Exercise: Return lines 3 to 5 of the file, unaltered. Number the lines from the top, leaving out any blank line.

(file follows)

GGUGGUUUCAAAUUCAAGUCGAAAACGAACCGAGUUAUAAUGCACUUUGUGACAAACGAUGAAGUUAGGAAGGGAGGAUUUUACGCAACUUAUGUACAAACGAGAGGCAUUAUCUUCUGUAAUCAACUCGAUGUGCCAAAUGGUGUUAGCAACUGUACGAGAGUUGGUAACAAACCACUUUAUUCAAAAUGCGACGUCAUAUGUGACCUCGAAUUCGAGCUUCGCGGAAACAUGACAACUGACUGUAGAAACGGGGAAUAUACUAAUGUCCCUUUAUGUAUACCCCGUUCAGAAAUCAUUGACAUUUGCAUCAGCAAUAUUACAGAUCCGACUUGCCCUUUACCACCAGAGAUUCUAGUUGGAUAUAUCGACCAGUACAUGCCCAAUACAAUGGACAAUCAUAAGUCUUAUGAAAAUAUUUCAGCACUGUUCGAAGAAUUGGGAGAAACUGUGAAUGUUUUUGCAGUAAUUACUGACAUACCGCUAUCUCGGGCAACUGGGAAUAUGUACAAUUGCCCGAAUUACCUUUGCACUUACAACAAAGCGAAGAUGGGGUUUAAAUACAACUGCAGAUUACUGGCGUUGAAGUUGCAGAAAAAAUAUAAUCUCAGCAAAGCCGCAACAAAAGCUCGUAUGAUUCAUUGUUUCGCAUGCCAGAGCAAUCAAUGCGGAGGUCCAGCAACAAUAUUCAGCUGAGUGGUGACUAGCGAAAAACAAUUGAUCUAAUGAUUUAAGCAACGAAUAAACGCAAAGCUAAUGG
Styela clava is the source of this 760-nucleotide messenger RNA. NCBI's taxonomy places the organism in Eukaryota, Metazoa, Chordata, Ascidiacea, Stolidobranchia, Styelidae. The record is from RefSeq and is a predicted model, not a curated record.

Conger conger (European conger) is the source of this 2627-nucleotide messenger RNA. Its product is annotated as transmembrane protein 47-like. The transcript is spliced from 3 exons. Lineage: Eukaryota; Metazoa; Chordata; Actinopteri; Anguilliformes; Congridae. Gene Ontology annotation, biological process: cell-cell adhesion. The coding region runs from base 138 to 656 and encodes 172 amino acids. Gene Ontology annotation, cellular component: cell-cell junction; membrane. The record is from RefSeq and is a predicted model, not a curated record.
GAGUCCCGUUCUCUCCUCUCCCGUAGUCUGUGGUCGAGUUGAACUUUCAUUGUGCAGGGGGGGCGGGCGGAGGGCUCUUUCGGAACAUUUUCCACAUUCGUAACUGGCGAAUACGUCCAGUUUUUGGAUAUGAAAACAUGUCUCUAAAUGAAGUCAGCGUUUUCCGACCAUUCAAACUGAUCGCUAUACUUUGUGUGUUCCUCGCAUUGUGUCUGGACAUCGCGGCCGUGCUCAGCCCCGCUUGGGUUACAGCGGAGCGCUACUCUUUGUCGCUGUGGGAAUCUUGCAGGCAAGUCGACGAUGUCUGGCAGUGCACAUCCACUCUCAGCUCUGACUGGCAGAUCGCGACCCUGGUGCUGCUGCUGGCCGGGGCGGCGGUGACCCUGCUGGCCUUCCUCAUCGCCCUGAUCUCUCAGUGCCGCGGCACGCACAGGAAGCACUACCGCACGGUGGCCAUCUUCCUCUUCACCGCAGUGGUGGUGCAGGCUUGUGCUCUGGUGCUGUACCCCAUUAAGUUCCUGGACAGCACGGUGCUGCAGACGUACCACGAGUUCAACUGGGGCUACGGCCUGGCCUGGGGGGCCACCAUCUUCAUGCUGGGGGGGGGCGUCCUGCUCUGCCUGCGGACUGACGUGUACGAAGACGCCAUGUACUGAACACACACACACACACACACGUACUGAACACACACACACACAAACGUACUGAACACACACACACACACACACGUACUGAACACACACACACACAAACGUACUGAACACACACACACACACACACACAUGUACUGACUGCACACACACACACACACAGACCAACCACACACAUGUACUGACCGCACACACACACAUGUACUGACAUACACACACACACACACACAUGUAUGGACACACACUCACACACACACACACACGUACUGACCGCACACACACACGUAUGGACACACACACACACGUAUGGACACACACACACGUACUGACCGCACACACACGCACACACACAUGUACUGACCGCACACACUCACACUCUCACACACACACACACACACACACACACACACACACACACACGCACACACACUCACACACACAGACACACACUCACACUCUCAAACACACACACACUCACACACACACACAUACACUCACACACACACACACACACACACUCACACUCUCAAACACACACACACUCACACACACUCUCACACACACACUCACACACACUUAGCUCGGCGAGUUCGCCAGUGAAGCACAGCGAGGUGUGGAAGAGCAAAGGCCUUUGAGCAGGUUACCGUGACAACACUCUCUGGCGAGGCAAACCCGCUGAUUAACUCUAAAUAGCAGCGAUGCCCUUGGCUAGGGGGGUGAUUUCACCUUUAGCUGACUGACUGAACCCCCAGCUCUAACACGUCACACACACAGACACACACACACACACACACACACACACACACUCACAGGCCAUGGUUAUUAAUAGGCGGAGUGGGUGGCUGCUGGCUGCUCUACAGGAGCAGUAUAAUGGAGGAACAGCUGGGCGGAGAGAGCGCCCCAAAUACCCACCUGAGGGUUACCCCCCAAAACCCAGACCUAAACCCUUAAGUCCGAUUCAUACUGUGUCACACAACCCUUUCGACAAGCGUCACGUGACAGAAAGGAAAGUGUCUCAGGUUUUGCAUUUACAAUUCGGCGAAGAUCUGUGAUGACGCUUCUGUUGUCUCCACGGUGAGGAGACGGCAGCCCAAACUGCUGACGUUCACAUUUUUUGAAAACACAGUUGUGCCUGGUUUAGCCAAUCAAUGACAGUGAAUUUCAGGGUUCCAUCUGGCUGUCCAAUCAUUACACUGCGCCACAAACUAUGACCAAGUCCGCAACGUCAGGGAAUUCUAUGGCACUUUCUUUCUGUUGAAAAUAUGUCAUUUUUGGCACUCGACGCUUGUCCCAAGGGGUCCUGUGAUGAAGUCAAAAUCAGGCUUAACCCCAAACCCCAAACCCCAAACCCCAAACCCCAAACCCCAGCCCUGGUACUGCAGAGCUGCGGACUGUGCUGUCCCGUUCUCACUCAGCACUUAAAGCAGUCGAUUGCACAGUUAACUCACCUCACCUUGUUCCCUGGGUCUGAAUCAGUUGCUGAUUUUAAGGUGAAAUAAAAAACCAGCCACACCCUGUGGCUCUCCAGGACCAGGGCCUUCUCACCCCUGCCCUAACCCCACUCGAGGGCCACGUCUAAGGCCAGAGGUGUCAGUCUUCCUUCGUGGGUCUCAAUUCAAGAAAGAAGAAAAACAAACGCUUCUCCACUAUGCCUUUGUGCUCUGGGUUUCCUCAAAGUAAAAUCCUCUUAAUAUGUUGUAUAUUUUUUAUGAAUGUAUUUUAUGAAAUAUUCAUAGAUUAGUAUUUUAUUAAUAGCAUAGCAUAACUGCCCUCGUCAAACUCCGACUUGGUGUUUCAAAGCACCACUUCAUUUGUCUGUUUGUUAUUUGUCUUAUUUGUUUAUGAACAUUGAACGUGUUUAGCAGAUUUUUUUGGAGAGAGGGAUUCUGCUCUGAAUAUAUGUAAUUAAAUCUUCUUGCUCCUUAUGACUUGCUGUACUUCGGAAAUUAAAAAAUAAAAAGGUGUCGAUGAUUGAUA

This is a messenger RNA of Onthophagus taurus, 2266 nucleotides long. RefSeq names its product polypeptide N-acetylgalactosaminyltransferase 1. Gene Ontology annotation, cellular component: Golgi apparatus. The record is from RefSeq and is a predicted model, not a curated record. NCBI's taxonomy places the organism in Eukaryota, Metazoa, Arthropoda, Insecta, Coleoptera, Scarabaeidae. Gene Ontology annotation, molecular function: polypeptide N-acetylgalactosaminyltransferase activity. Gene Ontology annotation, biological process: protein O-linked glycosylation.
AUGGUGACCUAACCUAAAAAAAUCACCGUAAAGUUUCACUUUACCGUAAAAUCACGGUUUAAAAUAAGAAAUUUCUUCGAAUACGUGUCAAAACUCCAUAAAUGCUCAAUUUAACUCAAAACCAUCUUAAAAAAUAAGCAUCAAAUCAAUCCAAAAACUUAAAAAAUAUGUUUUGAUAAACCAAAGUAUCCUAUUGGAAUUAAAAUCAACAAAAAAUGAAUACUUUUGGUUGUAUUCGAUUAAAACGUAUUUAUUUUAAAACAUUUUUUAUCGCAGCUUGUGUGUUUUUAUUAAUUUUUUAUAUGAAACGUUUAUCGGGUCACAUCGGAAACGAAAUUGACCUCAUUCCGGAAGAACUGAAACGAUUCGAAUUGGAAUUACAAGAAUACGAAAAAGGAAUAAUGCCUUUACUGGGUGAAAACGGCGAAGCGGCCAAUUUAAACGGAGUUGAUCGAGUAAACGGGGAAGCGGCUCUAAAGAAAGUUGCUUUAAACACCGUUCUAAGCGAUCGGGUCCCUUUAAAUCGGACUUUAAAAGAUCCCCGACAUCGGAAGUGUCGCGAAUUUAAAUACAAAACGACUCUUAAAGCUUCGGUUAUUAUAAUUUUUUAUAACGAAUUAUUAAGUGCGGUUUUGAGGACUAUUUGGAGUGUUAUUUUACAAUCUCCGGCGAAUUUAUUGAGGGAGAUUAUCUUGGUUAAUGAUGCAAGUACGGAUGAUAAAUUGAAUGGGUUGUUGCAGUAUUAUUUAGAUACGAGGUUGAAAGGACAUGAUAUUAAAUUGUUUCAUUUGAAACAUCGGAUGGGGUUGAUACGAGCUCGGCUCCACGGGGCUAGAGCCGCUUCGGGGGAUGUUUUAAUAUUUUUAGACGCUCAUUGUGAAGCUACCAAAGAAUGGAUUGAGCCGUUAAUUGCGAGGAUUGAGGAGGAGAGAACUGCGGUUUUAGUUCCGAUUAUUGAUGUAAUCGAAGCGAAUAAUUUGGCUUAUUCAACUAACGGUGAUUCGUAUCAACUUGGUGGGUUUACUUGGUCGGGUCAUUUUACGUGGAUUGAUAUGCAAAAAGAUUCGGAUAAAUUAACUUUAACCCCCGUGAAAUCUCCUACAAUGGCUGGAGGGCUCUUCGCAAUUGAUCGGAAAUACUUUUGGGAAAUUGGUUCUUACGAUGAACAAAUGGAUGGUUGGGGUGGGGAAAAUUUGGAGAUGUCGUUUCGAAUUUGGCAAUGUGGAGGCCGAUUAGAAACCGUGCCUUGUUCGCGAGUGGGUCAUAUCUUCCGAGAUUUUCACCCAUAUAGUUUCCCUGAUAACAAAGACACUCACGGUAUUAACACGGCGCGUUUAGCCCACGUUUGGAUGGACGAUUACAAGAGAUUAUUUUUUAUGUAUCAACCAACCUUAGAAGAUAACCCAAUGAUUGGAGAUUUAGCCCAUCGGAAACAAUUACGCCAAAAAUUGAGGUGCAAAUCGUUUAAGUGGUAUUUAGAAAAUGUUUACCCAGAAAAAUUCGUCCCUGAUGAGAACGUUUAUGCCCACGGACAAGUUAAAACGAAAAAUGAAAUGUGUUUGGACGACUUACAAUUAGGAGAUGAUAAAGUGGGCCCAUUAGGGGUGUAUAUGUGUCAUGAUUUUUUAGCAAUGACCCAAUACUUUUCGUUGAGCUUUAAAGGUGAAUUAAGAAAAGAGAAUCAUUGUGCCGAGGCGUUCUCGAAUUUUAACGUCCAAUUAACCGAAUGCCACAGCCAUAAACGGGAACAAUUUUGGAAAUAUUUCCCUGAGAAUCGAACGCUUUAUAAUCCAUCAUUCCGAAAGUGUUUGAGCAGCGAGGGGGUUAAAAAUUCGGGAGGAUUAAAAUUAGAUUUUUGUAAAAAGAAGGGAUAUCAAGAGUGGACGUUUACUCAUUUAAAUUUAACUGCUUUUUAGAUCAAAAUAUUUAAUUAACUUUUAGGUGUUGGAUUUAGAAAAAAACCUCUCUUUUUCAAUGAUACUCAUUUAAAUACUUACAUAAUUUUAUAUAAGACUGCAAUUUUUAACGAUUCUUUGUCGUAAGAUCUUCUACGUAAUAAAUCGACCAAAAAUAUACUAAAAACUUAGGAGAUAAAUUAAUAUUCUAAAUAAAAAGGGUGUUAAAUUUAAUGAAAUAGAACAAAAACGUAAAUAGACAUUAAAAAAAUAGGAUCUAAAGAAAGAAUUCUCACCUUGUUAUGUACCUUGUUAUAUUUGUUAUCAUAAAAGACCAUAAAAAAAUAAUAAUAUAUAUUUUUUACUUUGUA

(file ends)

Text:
Conger conger (European conger) is the source of this 2627-nucleotide messenger RNA. Its product is annotated as transmembrane protein 47-like. The transcript is spliced from 3 exons. Lineage: Eukaryota; Metazoa; Chordata; Actinopteri; Anguilliformes; Congridae. Gene Ontology annotation, biological process: cell-cell adhesion. The coding region runs from base 138 to 656 and encodes 172 amino acids. Gene Ontology annotation, cellular component: cell-cell junction; membrane. The record is from RefSeq and is a predicted model, not a curated record.
GAGUCCCGUUCUCUCCUCUCCCGUAGUCUGUGGUCGAGUUGAACUUUCAUUGUGCAGGGGGGGCGGGCGGAGGGCUCUUUCGGAACAUUUUCCACAUUCGUAACUGGCGAAUACGUCCAGUUUUUGGAUAUGAAAACAUGUCUCUAAAUGAAGUCAGCGUUUUCCGACCAUUCAAACUGAUCGCUAUACUUUGUGUGUUCCUCGCAUUGUGUCUGGACAUCGCGGCCGUGCUCAGCCCCGCUUGGGUUACAGCGGAGCGCUACUCUUUGUCGCUGUGGGAAUCUUGCAGGCAAGUCGACGAUGUCUGGCAGUGCACAUCCACUCUCAGCUCUGACUGGCAGAUCGCGACCCUGGUGCUGCUGCUGGCCGGGGCGGCGGUGACCCUGCUGGCCUUCCUCAUCGCCCUGAUCUCUCAGUGCCGCGGCACGCACAGGAAGCACUACCGCACGGUGGCCAUCUUCCUCUUCACCGCAGUGGUGGUGCAGGCUUGUGCUCUGGUGCUGUACCCCAUUAAGUUCCUGGACAGCACGGUGCUGCAGACGUACCACGAGUUCAACUGGGGCUACGGCCUGGCCUGGGGGGCCACCAUCUUCAUGCUGGGGGGGGGCGUCCUGCUCUGCCUGCGGACUGACGUGUACGAAGACGCCAUGUACUGAACACACACACACACACACACGUACUGAACACACACACACACAAACGUACUGAACACACACACACACACACACGUACUGAACACACACACACACAAACGUACUGAACACACACACACACACACACACAUGUACUGACUGCACACACACACACACACAGACCAACCACACACAUGUACUGACCGCACACACACACAUGUACUGACAUACACACACACACACACACAUGUAUGGACACACACUCACACACACACACACACGUACUGACCGCACACACACACGUAUGGACACACACACACACGUAUGGACACACACACACGUACUGACCGCACACACACGCACACACACAUGUACUGACCGCACACACUCACACUCUCACACACACACACACACACACACACACACACACACACACACGCACACACACUCACACACACAGACACACACUCACACUCUCAAACACACACACACUCACACACACACACAUACACUCACACACACACACACACACACACUCACACUCUCAAACACACACACACUCACACACACUCUCACACACACACUCACACACACUUAGCUCGGCGAGUUCGCCAGUGAAGCACAGCGAGGUGUGGAAGAGCAAAGGCCUUUGAGCAGGUUACCGUGACAACACUCUCUGGCGAGGCAAACCCGCUGAUUAACUCUAAAUAGCAGCGAUGCCCUUGGCUAGGGGGGUGAUUUCACCUUUAGCUGACUGACUGAACCCCCAGCUCUAACACGUCACACACACAGACACACACACACACACACACACACACACACACUCACAGGCCAUGGUUAUUAAUAGGCGGAGUGGGUGGCUGCUGGCUGCUCUACAGGAGCAGUAUAAUGGAGGAACAGCUGGGCGGAGAGAGCGCCCCAAAUACCCACCUGAGGGUUACCCCCCAAAACCCAGACCUAAACCCUUAAGUCCGAUUCAUACUGUGUCACACAACCCUUUCGACAAGCGUCACGUGACAGAAAGGAAAGUGUCUCAGGUUUUGCAUUUACAAUUCGGCGAAGAUCUGUGAUGACGCUUCUGUUGUCUCCACGGUGAGGAGACGGCAGCCCAAACUGCUGACGUUCACAUUUUUUGAAAACACAGUUGUGCCUGGUUUAGCCAAUCAAUGACAGUGAAUUUCAGGGUUCCAUCUGGCUGUCCAAUCAUUACACUGCGCCACAAACUAUGACCAAGUCCGCAACGUCAGGGAAUUCUAUGGCACUUUCUUUCUGUUGAAAAUAUGUCAUUUUUGGCACUCGACGCUUGUCCCAAGGGGUCCUGUGAUGAAGUCAAAAUCAGGCUUAACCCCAAACCCCAAACCCCAAACCCCAAACCCCAAACCCCAGCCCUGGUACUGCAGAGCUGCGGACUGUGCUGUCCCGUUCUCACUCAGCACUUAAAGCAGUCGAUUGCACAGUUAACUCACCUCACCUUGUUCCCUGGGUCUGAAUCAGUUGCUGAUUUUAAGGUGAAAUAAAAAACCAGCCACACCCUGUGGCUCUCCAGGACCAGGGCCUUCUCACCCCUGCCCUAACCCCACUCGAGGGCCACGUCUAAGGCCAGAGGUGUCAGUCUUCCUUCGUGGGUCUCAAUUCAAGAAAGAAGAAAAACAAACGCUUCUCCACUAUGCCUUUGUGCUCUGGGUUUCCUCAAAGUAAAAUCCUCUUAAUAUGUUGUAUAUUUUUUAUGAAUGUAUUUUAUGAAAUAUUCAUAGAUUAGUAUUUUAUUAAUAGCAUAGCAUAACUGCCCUCGUCAAACUCCGACUUGGUGUUUCAAAGCACCACUUCAUUUGUCUGUUUGUUAUUUGUCUUAUUUGUUUAUGAACAUUGAACGUGUUUAGCAGAUUUUUUUGGAGAGAGGGAUUCUGCUCUGAAUAUAUGUAAUUAAAUCUUCUUGCUCCUUAUGACUUGCUGUACUUCGGAAAUUAAAAAAUAAAAAGGUGUCGAUGAUUGAUA

This is a messenger RNA of Onthophagus taurus, 2266 nucleotides long. RefSeq names its product polypeptide N-acetylgalactosaminyltransferase 1. Gene Ontology annotation, cellular component: Golgi apparatus. The record is from RefSeq and is a predicted model, not a curated record. NCBI's taxonomy places the organism in Eukaryota, Metazoa, Arthropoda, Insecta, Coleoptera, Scarabaeidae. Gene Ontology annotation, molecular function: polypeptide N-acetylgalactosaminyltransferase activity. Gene Ontology annotation, biological process: protein O-linked glycosylation.